Now, as a matter of formality, we must address the behaviour of the momentum integral of the Cooperon (i.e. the integral over q in Eq. (1)), which suffers from both ultra-violet and infra-red divergences. To handle this, we introduce natural cutoffs set by the mean free path, l, and the inelastic scattering length (sometimes referred to as the phase coherence length), lϕl. The upper and lower limits of the momentum integral are then simply l−1 and \({l}_{\phi }^{-1}\) respectively. However, by working at sufficiently low temperatures, lϕ will exceed the system size, L. This is the case we work within and so our infra-red cutoff is set as L−1.

Rashba-coupled graphene

We now apply the above method for calculating the conductivity corrections to Rashba-coupled graphene. In the absence of disorder, this system has the effective Hamiltonian

$${H}_{0{{{{{{{\bf{k}}}}}}}}}=v{\tau }_{0}\otimes {{{{{{{\boldsymbol{\sigma }}}}}}}}\cdot {{{{{{{\bf{k}}}}}}}}\otimes {s}_{0}+\alpha {\tau }_{0}\otimes ({\sigma }_{1}\otimes {s}_{2}-{\sigma }_{2}\otimes {s}_{1}),$$

where v is the Fermi velocity of the massless Dirac fermions, α is the Rashba SOC strength, and τi, σi, and si (i = 0, 1, 2, 3) are the Pauli matrices acting on the valley (isospin), sublattice (pseudospin), and spin degrees of freedom (DOFs), respectively. This Hamiltonian is written in the valley basis \({\left\vert \psi \right\rangle ={(KA\uparrow ,KA\downarrow ,KB\uparrow ,KB\downarrow ,-K^{\prime} B\uparrow ,-K^{\prime} B\downarrow ,K^{\prime} A\uparrow ,K^{\prime} A\downarrow )}^{T}}\), with K and \(K{\prime}\) as the valley indices, and A and B as the sublattice indices.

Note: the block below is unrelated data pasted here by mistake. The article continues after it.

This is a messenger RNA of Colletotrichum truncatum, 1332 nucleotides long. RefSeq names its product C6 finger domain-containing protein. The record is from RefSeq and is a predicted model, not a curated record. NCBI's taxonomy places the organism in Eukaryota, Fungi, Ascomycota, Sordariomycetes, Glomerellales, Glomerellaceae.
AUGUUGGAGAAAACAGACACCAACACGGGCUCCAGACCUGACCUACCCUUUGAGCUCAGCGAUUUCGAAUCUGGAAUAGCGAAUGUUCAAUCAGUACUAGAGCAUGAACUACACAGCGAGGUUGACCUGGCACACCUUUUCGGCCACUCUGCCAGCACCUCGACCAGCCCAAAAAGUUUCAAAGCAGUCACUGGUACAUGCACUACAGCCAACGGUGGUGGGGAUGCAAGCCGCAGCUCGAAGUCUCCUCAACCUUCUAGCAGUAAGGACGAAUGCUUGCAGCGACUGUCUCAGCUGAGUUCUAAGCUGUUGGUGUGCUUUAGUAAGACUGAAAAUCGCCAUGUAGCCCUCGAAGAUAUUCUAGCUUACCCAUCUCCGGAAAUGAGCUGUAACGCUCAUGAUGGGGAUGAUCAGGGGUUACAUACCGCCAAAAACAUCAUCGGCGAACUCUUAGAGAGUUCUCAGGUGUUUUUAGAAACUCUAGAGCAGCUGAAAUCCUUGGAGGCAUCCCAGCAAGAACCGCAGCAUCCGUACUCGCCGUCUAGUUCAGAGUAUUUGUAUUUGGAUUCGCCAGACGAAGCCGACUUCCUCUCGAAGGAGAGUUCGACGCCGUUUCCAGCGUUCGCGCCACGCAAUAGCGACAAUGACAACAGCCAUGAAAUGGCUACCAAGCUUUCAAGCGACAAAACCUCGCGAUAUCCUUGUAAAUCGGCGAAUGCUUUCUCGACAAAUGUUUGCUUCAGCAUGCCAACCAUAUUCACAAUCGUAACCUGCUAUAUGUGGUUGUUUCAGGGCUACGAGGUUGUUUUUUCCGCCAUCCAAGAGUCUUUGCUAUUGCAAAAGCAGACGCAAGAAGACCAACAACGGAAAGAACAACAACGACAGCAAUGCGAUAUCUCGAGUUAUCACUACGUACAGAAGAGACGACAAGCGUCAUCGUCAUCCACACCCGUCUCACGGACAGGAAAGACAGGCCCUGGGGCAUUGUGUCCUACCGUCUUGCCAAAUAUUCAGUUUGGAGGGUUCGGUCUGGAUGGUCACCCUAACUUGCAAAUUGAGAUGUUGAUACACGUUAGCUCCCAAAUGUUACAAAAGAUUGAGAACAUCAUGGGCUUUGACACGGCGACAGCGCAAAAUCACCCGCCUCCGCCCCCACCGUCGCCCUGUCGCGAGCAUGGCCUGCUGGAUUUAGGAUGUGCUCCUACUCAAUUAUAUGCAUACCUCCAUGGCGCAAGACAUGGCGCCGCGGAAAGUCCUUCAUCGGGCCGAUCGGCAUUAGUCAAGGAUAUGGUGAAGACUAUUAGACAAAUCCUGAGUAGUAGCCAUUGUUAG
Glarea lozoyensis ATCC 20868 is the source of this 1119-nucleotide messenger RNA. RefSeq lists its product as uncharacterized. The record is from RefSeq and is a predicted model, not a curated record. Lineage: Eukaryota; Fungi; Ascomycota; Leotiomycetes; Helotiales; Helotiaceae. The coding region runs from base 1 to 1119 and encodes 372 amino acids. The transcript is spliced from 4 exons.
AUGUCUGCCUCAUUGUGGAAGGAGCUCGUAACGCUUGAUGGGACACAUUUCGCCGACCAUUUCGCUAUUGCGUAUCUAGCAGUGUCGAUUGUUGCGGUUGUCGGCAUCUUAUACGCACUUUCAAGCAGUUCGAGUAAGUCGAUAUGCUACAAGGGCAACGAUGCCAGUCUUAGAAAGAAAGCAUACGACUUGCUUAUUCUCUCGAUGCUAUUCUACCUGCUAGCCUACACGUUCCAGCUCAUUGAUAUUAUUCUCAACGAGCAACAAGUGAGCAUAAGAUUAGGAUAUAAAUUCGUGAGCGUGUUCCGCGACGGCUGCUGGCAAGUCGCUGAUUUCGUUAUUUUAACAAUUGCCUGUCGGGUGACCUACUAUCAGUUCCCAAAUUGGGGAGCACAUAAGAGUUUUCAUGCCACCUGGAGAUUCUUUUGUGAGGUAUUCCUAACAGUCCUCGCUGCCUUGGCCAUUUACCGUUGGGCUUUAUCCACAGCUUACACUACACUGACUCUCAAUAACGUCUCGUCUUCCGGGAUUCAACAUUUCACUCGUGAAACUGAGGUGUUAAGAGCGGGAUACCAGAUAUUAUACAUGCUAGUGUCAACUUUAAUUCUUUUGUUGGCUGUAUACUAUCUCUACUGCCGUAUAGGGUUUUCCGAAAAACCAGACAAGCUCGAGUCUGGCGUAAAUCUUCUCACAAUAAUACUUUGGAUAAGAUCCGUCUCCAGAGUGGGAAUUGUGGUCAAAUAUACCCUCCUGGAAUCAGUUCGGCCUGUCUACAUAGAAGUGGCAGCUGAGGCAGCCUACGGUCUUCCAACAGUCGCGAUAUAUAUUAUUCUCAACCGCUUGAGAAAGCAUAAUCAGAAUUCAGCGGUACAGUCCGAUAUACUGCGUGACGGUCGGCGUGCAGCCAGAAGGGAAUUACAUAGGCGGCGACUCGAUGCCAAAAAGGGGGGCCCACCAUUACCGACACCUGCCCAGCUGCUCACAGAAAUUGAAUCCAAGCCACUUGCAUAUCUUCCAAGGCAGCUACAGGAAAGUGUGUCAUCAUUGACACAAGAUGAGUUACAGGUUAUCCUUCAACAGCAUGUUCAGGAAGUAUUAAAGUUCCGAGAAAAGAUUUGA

We include disorder in our model via the real-space impurity term,

$${H}_{{{\mbox{imp}}}}=\mathop{\sum }_{i}U{\delta }^{(2)}({{{{{{{\bf{r}}}}}}}}-{{{{{{{{\bf{r}}}}}}}}}_{i})$$
$$U={u}_{0}{\tau }_{0}\otimes {\sigma }_{0}\otimes {s}_{0}-{u}_{x}{\tau }_{x}\otimes {\sigma }_{z}\otimes {s}_{0}-{u}_{y}{\tau }_{y}\otimes {\sigma }_{z}\otimes {s}_{0},$$

where the sum is over all impurities, with ri being the position of the ith impurity. The complete real-space Hamiltonian is thus \(H={({H}_{0{{{{{{{\bf{k}}}}}}}}})}_{{{{{{{{\bf{k}}}}}}}}\to {{{{{{{\bf{p}}}}}}}}}+{H}_{{{\mbox{imp}}}}\), with p the 2D momentum operator. The first term of U is responsible for scattering within a valley, yielding the intravalley scattering rate \({\tau }_{v}^{-1}=n{u}_{0}^{2}\varepsilon /(4{v}^{2})\), where ε is the Fermi energy. In contrast, the second and third terms allow for scattering between valleys, resulting in the intervalley scattering rate \({\tau }_{iv}^{-1}=n({u}_{x}^{2}+{u}_{y}^{2})\varepsilon /(4{v}^{2})\). The sum of these scattering rates gives the quasiparticle broadening, \(\eta ={\tau }_{v}^{-1}+{\tau }_{iv}^{-1}\).